Colloidal Sillica
    What is a Colloidal Sillica
    Sillica Gel
Chemical and Physical Properties
Stability and Compatibility
Stability is an important consideration in formulations containing SIL-POX and other component. The time required for gelation is usually used a measure of stability. For some application however, gelation is required step during processing.
The stability of the system that contain SIL-POX depends on several variables : silica content, temperature, size or surface area of silica particles, pH particles charge salt concentration and the compatibility of various additives such as surfacetants, freeze thaw stabilisers and organic solvents. The electrical properties of sols prevent this form occuring. Colloidal particals are usually electrically charged as are SIL-POX. In a aquasol , the surface of the colloidal particles is hydrates forming silanol groups. SioH when alkaline in pH as are most SIL-POX some of these groups become ionized and produce an SiO2 group at the surface. This gives the particle a negative charge. The negative charges on the surface of the particles attracts ions of opposite charge and form an electrical "double layer" of charge which is responsible for the stability of the colloidal dispersion. particles of like charge will repel each other and thus the electrostatic repulsion of the particles for each other prevents the particles from coming together, colloiding and agglomerating.
As might be expected, since gelation involves molecular movement the rate of gelling increases with increasing temperatures.
Gel Phase
Before a sol solidifies only slow increase in viscosity can be observed with little change in properties as to the point where viscosity begins to increase rapidly and solidification occures at the gel point.
One way of determining gel point is to observe when the miniscus of a sol in a test tube no larger remains level when the tube is titled.
freezing temperatres cause crystals of ice to form SIL-POX, which increases the concentration of silica in the unfrozen portion. It is therefore extremely important to keep SIL-POX from freezing.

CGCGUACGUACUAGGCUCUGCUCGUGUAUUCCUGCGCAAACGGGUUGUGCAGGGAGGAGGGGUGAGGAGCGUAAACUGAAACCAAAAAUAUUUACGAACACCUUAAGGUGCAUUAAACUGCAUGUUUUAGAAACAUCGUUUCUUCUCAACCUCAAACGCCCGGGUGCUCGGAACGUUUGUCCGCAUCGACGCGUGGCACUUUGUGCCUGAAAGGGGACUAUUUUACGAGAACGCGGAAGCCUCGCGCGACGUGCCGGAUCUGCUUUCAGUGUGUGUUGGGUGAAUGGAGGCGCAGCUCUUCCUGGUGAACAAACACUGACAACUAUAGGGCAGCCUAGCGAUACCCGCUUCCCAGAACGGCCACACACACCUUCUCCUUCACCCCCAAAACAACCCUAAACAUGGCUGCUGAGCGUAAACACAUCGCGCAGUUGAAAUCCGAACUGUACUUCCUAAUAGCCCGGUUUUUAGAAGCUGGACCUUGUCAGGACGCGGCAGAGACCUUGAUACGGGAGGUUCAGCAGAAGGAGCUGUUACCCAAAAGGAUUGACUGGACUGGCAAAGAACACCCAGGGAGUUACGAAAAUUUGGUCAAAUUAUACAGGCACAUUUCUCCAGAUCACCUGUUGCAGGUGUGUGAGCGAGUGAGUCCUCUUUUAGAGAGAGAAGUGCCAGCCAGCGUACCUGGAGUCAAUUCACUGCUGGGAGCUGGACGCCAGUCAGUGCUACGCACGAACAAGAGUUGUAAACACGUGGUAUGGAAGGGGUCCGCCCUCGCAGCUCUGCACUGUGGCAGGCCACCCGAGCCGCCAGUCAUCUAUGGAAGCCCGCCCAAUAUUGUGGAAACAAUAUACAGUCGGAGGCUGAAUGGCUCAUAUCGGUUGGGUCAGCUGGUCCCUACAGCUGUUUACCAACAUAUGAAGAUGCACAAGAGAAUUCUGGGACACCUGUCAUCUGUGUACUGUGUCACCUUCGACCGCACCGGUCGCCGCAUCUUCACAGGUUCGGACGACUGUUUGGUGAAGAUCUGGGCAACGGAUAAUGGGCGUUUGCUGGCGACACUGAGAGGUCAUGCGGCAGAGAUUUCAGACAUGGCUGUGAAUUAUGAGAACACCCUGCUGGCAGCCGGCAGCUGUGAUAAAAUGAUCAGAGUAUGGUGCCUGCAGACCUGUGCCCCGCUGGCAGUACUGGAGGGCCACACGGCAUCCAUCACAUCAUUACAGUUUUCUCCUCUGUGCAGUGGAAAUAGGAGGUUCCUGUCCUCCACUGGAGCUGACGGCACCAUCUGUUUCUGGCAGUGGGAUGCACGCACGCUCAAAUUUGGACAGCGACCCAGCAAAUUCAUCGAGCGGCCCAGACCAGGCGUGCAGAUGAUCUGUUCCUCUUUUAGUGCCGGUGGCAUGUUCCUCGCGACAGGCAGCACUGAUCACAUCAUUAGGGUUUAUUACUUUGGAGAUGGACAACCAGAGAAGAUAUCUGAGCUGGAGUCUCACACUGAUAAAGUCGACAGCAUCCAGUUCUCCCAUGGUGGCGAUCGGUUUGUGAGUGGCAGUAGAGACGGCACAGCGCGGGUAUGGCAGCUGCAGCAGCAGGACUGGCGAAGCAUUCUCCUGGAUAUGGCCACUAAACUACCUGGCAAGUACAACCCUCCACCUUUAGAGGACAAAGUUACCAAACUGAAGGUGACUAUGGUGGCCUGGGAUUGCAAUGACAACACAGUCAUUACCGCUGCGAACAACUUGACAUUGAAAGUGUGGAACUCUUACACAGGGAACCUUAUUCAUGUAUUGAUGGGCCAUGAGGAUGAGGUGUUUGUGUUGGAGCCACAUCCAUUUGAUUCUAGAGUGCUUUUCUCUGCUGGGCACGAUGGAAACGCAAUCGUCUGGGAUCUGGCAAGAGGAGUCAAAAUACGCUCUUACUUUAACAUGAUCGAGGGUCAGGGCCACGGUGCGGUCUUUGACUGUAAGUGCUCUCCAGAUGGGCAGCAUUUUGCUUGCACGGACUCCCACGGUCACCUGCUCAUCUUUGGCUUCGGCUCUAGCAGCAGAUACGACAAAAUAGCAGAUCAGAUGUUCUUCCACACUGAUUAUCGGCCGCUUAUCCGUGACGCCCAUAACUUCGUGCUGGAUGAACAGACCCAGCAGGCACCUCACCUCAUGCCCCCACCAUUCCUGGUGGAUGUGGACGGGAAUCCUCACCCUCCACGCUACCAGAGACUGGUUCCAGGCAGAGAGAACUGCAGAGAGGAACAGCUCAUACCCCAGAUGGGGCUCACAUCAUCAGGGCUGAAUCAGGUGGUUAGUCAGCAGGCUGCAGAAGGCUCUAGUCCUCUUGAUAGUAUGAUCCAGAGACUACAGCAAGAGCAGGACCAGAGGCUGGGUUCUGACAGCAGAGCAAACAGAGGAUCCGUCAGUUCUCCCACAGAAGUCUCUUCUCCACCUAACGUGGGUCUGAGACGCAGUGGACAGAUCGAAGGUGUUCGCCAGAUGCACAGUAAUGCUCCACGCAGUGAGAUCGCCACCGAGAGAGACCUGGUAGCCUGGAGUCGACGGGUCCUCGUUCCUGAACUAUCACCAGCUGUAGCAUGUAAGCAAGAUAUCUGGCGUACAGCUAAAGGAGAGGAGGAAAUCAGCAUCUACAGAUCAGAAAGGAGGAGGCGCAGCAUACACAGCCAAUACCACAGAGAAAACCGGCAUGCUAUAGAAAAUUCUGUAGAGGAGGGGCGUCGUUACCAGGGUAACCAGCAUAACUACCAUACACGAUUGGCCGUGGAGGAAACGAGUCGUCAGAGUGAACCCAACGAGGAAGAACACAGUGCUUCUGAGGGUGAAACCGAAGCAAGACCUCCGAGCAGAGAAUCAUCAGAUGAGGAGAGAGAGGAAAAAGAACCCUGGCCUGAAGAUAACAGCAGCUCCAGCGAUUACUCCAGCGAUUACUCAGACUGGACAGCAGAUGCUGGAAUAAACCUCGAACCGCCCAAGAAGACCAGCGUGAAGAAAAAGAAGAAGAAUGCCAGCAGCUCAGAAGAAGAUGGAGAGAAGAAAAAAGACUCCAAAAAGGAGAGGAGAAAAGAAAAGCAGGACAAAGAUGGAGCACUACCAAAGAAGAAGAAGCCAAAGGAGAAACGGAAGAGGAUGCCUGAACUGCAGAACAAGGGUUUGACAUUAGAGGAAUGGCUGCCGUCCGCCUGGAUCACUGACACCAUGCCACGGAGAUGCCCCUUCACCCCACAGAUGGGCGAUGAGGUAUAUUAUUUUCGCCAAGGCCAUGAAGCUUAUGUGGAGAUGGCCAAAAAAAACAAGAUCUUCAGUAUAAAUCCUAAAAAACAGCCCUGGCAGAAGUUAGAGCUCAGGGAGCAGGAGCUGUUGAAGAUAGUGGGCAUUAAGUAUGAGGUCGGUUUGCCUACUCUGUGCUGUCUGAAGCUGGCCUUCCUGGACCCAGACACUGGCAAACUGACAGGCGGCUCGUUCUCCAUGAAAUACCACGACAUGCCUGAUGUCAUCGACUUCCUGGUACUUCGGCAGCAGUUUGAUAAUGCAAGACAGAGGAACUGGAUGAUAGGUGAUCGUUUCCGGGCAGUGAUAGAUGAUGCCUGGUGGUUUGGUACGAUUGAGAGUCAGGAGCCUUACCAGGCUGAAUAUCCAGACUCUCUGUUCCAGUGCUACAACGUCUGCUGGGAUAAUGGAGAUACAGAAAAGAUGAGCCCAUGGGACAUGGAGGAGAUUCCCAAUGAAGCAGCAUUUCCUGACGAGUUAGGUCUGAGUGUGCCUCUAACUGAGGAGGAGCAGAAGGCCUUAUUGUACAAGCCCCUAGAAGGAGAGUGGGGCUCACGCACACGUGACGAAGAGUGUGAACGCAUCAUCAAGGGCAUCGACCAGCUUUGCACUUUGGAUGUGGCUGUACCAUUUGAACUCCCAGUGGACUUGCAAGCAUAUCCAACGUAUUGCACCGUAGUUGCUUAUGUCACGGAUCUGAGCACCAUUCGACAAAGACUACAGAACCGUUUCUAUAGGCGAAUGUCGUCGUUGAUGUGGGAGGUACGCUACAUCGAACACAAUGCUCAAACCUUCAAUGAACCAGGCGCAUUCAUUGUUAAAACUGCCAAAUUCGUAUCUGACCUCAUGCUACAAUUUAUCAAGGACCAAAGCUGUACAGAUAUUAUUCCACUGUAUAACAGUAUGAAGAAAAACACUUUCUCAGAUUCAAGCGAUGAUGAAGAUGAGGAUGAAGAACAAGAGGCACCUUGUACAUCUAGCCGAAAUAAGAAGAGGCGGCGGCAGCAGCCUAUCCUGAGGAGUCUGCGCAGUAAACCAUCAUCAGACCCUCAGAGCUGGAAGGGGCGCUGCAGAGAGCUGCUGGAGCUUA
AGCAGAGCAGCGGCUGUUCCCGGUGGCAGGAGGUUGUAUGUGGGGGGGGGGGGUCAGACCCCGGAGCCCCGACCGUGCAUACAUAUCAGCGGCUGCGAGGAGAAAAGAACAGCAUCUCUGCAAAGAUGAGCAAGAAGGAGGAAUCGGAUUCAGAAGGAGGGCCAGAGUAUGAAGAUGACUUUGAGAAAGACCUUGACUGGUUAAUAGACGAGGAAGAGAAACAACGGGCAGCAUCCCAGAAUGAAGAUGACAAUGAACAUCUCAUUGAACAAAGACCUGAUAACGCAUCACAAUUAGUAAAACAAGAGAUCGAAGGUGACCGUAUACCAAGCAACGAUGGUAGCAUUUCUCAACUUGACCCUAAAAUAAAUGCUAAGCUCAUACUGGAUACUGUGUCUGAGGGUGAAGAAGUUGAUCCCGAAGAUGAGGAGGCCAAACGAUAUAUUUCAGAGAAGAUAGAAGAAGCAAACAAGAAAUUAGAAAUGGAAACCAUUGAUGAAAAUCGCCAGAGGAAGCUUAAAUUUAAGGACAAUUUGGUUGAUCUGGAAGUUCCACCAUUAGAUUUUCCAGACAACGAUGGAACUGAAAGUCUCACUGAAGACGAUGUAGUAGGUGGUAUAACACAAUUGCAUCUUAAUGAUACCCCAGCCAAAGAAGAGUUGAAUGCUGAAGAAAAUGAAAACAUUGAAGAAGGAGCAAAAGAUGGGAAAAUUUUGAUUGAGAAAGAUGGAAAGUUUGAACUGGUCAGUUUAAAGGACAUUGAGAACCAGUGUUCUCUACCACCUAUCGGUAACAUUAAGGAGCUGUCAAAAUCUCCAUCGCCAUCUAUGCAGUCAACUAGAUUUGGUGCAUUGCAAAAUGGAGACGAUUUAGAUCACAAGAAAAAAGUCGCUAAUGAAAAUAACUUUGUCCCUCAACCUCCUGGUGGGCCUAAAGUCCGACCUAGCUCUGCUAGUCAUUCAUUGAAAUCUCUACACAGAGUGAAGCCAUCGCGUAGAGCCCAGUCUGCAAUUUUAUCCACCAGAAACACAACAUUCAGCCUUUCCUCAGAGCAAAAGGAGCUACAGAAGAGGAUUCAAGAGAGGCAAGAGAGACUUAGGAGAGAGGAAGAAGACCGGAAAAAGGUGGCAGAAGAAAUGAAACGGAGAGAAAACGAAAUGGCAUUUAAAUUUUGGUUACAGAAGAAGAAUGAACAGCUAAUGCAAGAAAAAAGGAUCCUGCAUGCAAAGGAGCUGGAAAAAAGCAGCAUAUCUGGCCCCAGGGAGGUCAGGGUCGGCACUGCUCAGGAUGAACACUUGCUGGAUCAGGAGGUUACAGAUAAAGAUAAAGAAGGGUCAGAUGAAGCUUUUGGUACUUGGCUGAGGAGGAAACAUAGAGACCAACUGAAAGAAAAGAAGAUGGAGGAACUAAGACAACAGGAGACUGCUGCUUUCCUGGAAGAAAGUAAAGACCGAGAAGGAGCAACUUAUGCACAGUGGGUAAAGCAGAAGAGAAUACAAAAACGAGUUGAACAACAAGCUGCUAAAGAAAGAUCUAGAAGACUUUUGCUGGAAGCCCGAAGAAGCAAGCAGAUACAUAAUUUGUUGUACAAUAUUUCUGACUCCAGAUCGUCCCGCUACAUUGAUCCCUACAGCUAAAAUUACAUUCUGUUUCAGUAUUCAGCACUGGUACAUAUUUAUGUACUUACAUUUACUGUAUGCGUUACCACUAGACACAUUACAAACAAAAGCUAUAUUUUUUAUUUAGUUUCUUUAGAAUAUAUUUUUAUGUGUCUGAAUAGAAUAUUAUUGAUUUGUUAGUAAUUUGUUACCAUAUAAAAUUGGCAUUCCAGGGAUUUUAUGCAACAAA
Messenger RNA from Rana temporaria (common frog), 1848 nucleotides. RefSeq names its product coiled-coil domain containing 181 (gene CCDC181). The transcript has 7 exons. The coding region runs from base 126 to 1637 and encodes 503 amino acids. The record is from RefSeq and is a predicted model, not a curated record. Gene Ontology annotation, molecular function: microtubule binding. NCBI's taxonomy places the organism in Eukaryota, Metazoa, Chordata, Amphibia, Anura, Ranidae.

Particle Size
The relative stability of various grades of SIL-POX increases with increasing particle size other variables remaining constant.
Effect of pH
The tendency of SIL-POX to gel is greatest at pH 5-6. As the further reduced these sols become more stable and consequently can be effectively used in acidic media. To acidify SIL-POX, acid should be added with agitation in such a manner that the PH moves rapidly through the critical range 5-6 above about 10.5, the silica in SIL-POX becomes increasingly solubilized and the alkali silicate acts like any other soluable salt in destablizing the remaining colloidal silica. However high concentration of sodium hydroxide also cause coagulation of silica therefore in adding sodium hydroxide to SIL-POX vigrous mixing must be maintained during addition to prevent local gelation even though high pH is not finally reached.
Salt concentration
SIL-POX have higher salt concentration would cause gelling. As salt is added, the counter ions move closer to particle surfaces, thereby reducing the distance through which repelling forces act. Salt induced gelation is frequently adopted by adding sodium chloride or Ammonium chloride, where presence of sodium is not desired, ammonium salts. Such chlorides, acetates and nitrates are preferred.
SIL-POX is compatiable with an ionic and many non-ionic surfactants. Such additions improve wetting proporties of SIL-POX. Cationic Surfactants are not desired as they cause silica particle in SIL-POX to precipitate. Surfacetant addition may cause some foaming in SIL-POX solutions. These may be reduced by adding of antifoam agents.
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